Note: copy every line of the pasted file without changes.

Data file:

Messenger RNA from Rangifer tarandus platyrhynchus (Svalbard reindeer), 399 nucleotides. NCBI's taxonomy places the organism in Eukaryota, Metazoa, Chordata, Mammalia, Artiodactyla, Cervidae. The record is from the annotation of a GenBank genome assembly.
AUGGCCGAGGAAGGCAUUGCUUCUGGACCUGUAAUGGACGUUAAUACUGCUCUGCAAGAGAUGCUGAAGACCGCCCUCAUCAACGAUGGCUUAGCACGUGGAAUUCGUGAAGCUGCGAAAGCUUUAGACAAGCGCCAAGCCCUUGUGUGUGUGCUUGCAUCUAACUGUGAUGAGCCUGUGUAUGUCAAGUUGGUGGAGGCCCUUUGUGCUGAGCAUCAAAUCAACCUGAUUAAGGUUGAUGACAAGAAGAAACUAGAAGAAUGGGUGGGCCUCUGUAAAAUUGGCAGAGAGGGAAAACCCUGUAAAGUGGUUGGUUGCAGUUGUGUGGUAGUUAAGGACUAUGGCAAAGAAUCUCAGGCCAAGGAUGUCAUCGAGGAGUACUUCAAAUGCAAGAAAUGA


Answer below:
Messenger RNA from Rangifer tarandus platyrhynchus (Svalbard reindeer), 399 nucleotides. NCBI's taxonomy places the organism in Eukaryota, Metazoa, Chordata, Mammalia, Artiodactyla, Cervidae. The record is from the annotation of a GenBank genome assembly.
AUGGCCGAGGAAGGCAUUGCUUCUGGACCUGUAAUGGACGUUAAUACUGCUCUGCAAGAGAUGCUGAAGACCGCCCUCAUCAACGAUGGCUUAGCACGUGGAAUUCGUGAAGCUGCGAAAGCUUUAGACAAGCGCCAAGCCCUUGUGUGUGUGCUUGCAUCUAACUGUGAUGAGCCUGUGUAUGUCAAGUUGGUGGAGGCCCUUUGUGCUGAGCAUCAAAUCAACCUGAUUAAGGUUGAUGACAAGAAGAAACUAGAAGAAUGGGUGGGCCUCUGUAAAAUUGGCAGAGAGGGAAAACCCUGUAAAGUGGUUGGUUGCAGUUGUGUGGUAGUUAAGGACUAUGGCAAAGAAUCUCAGGCCAAGGAUGUCAUCGAGGAGUACUUCAAAUGCAAGAAAUGA